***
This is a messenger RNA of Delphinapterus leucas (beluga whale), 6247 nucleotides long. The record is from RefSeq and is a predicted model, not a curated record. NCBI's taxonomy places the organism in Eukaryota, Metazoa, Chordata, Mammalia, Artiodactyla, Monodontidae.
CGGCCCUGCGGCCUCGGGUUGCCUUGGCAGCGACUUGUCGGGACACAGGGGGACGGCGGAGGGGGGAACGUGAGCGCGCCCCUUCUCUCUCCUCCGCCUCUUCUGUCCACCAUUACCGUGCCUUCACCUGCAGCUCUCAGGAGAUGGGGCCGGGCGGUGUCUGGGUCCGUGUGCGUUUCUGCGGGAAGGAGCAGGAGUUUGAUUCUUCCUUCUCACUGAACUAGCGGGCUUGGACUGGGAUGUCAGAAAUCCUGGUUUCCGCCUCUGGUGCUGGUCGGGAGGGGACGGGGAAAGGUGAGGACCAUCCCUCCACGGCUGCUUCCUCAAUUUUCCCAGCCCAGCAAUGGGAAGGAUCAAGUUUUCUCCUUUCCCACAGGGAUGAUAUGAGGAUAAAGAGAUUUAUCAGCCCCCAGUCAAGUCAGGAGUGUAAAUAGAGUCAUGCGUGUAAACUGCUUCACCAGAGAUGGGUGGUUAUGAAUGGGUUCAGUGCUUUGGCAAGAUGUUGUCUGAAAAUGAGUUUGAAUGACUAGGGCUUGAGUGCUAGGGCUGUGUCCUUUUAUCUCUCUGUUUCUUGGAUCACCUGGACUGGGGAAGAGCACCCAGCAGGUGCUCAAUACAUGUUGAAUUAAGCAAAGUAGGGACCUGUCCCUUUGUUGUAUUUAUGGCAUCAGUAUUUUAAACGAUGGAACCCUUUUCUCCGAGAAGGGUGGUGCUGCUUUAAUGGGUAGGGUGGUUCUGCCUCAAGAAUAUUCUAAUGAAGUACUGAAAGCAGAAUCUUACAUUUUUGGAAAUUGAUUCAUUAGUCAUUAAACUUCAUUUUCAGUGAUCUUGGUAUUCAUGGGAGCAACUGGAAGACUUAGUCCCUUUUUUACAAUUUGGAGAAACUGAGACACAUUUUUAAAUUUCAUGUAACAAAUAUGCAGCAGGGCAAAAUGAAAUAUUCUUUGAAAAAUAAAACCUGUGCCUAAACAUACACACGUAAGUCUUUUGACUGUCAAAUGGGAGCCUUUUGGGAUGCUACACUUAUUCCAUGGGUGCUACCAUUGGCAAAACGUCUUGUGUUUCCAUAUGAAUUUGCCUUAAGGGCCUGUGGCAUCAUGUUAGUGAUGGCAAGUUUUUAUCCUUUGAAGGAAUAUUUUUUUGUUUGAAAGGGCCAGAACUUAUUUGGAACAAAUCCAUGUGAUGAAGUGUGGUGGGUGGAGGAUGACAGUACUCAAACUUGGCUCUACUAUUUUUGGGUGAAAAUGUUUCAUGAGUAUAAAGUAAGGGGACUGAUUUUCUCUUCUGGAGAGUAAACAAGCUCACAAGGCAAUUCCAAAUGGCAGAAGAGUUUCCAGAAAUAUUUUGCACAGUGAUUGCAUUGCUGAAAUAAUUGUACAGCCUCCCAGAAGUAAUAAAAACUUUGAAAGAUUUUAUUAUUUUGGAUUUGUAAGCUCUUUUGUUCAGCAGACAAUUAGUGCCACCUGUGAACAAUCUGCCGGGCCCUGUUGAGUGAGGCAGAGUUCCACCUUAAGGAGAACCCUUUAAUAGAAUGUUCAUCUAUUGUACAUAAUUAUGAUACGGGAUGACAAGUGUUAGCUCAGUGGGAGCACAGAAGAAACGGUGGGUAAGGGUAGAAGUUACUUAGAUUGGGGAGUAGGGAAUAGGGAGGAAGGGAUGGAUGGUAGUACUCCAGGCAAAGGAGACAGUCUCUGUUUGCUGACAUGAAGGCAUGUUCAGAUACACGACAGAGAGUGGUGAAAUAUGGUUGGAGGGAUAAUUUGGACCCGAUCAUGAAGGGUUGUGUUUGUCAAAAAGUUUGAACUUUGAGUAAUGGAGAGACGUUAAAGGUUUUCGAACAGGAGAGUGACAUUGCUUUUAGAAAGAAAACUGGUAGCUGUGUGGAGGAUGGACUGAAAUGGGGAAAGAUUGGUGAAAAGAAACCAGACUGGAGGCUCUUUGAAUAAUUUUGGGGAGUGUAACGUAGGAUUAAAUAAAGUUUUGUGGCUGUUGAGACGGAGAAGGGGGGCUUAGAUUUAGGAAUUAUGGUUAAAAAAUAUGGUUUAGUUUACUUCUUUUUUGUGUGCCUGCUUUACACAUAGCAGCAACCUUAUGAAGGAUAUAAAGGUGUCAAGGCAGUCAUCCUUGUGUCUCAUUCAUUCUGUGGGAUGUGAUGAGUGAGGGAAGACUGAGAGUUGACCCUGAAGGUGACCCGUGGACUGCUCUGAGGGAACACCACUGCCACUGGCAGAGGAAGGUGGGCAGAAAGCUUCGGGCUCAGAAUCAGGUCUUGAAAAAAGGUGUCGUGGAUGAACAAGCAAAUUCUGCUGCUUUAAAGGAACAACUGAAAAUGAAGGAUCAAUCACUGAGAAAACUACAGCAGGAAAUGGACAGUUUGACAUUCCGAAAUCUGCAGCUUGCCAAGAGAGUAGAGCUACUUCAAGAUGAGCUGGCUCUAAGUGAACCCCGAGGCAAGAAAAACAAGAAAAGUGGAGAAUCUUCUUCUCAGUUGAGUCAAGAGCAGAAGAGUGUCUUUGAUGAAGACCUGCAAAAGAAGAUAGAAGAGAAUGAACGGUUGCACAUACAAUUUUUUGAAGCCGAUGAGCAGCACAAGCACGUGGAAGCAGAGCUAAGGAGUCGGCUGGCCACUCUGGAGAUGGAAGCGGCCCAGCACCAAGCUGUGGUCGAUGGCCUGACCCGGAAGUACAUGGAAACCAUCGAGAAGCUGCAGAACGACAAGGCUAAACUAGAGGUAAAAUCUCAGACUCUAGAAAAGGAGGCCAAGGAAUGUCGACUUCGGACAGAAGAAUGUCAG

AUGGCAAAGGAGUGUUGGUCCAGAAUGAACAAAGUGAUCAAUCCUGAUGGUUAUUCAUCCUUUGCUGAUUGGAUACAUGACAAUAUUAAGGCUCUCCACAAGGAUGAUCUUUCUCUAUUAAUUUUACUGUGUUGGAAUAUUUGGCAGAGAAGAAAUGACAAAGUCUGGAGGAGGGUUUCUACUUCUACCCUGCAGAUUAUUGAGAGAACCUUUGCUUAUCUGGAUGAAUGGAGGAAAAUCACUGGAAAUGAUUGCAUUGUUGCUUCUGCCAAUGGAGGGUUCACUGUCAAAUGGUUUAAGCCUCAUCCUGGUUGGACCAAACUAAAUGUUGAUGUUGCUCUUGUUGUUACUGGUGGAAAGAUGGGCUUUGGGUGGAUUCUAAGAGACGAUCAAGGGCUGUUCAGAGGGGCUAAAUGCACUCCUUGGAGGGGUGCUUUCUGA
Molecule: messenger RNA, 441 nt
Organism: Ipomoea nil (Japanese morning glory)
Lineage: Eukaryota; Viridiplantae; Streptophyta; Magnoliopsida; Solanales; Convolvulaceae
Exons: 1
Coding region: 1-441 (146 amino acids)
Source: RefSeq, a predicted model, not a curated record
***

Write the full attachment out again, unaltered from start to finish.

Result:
This is a messenger RNA of Delphinapterus leucas (beluga whale), 6247 nucleotides long. The record is from RefSeq and is a predicted model, not a curated record. NCBI's taxonomy places the organism in Eukaryota, Metazoa, Chordata, Mammalia, Artiodactyla, Monodontidae.
CGGCCCUGCGGCCUCGGGUUGCCUUGGCAGCGACUUGUCGGGACACAGGGGGACGGCGGAGGGGGGAACGUGAGCGCGCCCCUUCUCUCUCCUCCGCCUCUUCUGUCCACCAUUACCGUGCCUUCACCUGCAGCUCUCAGGAGAUGGGGCCGGGCGGUGUCUGGGUCCGUGUGCGUUUCUGCGGGAAGGAGCAGGAGUUUGAUUCUUCCUUCUCACUGAACUAGCGGGCUUGGACUGGGAUGUCAGAAAUCCUGGUUUCCGCCUCUGGUGCUGGUCGGGAGGGGACGGGGAAAGGUGAGGACCAUCCCUCCACGGCUGCUUCCUCAAUUUUCCCAGCCCAGCAAUGGGAAGGAUCAAGUUUUCUCCUUUCCCACAGGGAUGAUAUGAGGAUAAAGAGAUUUAUCAGCCCCCAGUCAAGUCAGGAGUGUAAAUAGAGUCAUGCGUGUAAACUGCUUCACCAGAGAUGGGUGGUUAUGAAUGGGUUCAGUGCUUUGGCAAGAUGUUGUCUGAAAAUGAGUUUGAAUGACUAGGGCUUGAGUGCUAGGGCUGUGUCCUUUUAUCUCUCUGUUUCUUGGAUCACCUGGACUGGGGAAGAGCACCCAGCAGGUGCUCAAUACAUGUUGAAUUAAGCAAAGUAGGGACCUGUCCCUUUGUUGUAUUUAUGGCAUCAGUAUUUUAAACGAUGGAACCCUUUUCUCCGAGAAGGGUGGUGCUGCUUUAAUGGGUAGGGUGGUUCUGCCUCAAGAAUAUUCUAAUGAAGUACUGAAAGCAGAAUCUUACAUUUUUGGAAAUUGAUUCAUUAGUCAUUAAACUUCAUUUUCAGUGAUCUUGGUAUUCAUGGGAGCAACUGGAAGACUUAGUCCCUUUUUUACAAUUUGGAGAAACUGAGACACAUUUUUAAAUUUCAUGUAACAAAUAUGCAGCAGGGCAAAAUGAAAUAUUCUUUGAAAAAUAAAACCUGUGCCUAAACAUACACACGUAAGUCUUUUGACUGUCAAAUGGGAGCCUUUUGGGAUGCUACACUUAUUCCAUGGGUGCUACCAUUGGCAAAACGUCUUGUGUUUCCAUAUGAAUUUGCCUUAAGGGCCUGUGGCAUCAUGUUAGUGAUGGCAAGUUUUUAUCCUUUGAAGGAAUAUUUUUUUGUUUGAAAGGGCCAGAACUUAUUUGGAACAAAUCCAUGUGAUGAAGUGUGGUGGGUGGAGGAUGACAGUACUCAAACUUGGCUCUACUAUUUUUGGGUGAAAAUGUUUCAUGAGUAUAAAGUAAGGGGACUGAUUUUCUCUUCUGGAGAGUAAACAAGCUCACAAGGCAAUUCCAAAUGGCAGAAGAGUUUCCAGAAAUAUUUUGCACAGUGAUUGCAUUGCUGAAAUAAUUGUACAGCCUCCCAGAAGUAAUAAAAACUUUGAAAGAUUUUAUUAUUUUGGAUUUGUAAGCUCUUUUGUUCAGCAGACAAUUAGUGCCACCUGUGAACAAUCUGCCGGGCCCUGUUGAGUGAGGCAGAGUUCCACCUUAAGGAGAACCCUUUAAUAGAAUGUUCAUCUAUUGUACAUAAUUAUGAUACGGGAUGACAAGUGUUAGCUCAGUGGGAGCACAGAAGAAACGGUGGGUAAGGGUAGAAGUUACUUAGAUUGGGGAGUAGGGAAUAGGGAGGAAGGGAUGGAUGGUAGUACUCCAGGCAAAGGAGACAGUCUCUGUUUGCUGACAUGAAGGCAUGUUCAGAUACACGACAGAGAGUGGUGAAAUAUGGUUGGAGGGAUAAUUUGGACCCGAUCAUGAAGGGUUGUGUUUGUCAAAAAGUUUGAACUUUGAGUAAUGGAGAGACGUUAAAGGUUUUCGAACAGGAGAGUGACAUUGCUUUUAGAAAGAAAACUGGUAGCUGUGUGGAGGAUGGACUGAAAUGGGGAAAGAUUGGUGAAAAGAAACCAGACUGGAGGCUCUUUGAAUAAUUUUGGGGAGUGUAACGUAGGAUUAAAUAAAGUUUUGUGGCUGUUGAGACGGAGAAGGGGGGCUUAGAUUUAGGAAUUAUGGUUAAAAAAUAUGGUUUAGUUUACUUCUUUUUUGUGUGCCUGCUUUACACAUAGCAGCAACCUUAUGAAGGAUAUAAAGGUGUCAAGGCAGUCAUCCUUGUGUCUCAUUCAUUCUGUGGGAUGUGAUGAGUGAGGGAAGACUGAGAGUUGACCCUGAAGGUGACCCGUGGACUGCUCUGAGGGAACACCACUGCCACUGGCAGAGGAAGGUGGGCAGAAAGCUUCGGGCUCAGAAUCAGGUCUUGAAAAAAGGUGUCGUGGAUGAACAAGCAAAUUCUGCUGCUUUAAAGGAACAACUGAAAAUGAAGGAUCAAUCACUGAGAAAACUACAGCAGGAAAUGGACAGUUUGACAUUCCGAAAUCUGCAGCUUGCCAAGAGAGUAGAGCUACUUCAAGAUGAGCUGGCUCUAAGUGAACCCCGAGGCAAGAAAAACAAGAAAAGUGGAGAAUCUUCUUCUCAGUUGAGUCAAGAGCAGAAGAGUGUCUUUGAUGAAGACCUGCAAAAGAAGAUAGAAGAGAAUGAACGGUUGCACAUACAAUUUUUUGAAGCCGAUGAGCAGCACAAGCACGUGGAAGCAGAGCUAAGGAGUCGGCUGGCCACUCUGGAGAUGGAAGCGGCCCAGCACCAAGCUGUGGUCGAUGGCCUGACCCGGAAGUACAUGGAAACCAUCGAGAAGCUGCAGAACGACAAGGCUAAACUAGAGGUAAAAUCUCAGACUCUAGAAAAGGAGGCCAAGGAAUGUCGACUUCGGACAGAAGAAUGUCAG

AUGGCAAAGGAGUGUUGGUCCAGAAUGAACAAAGUGAUCAAUCCUGAUGGUUAUUCAUCCUUUGCUGAUUGGAUACAUGACAAUAUUAAGGCUCUCCACAAGGAUGAUCUUUCUCUAUUAAUUUUACUGUGUUGGAAUAUUUGGCAGAGAAGAAAUGACAAAGUCUGGAGGAGGGUUUCUACUUCUACCCUGCAGAUUAUUGAGAGAACCUUUGCUUAUCUGGAUGAAUGGAGGAAAAUCACUGGAAAUGAUUGCAUUGUUGCUUCUGCCAAUGGAGGGUUCACUGUCAAAUGGUUUAAGCCUCAUCCUGGUUGGACCAAACUAAAUGUUGAUGUUGCUCUUGUUGUUACUGGUGGAAAGAUGGGCUUUGGGUGGAUUCUAAGAGACGAUCAAGGGCUGUUCAGAGGGGCUAAAUGCACUCCUUGGAGGGGUGCUUUCUGA
Molecule: messenger RNA, 441 nt
Organism: Ipomoea nil (Japanese morning glory)
Lineage: Eukaryota; Viridiplantae; Streptophyta; Magnoliopsida; Solanales; Convolvulaceae
Exons: 1
Coding region: 1-441 (146 amino acids)
Source: RefSeq, a predicted model, not a curated record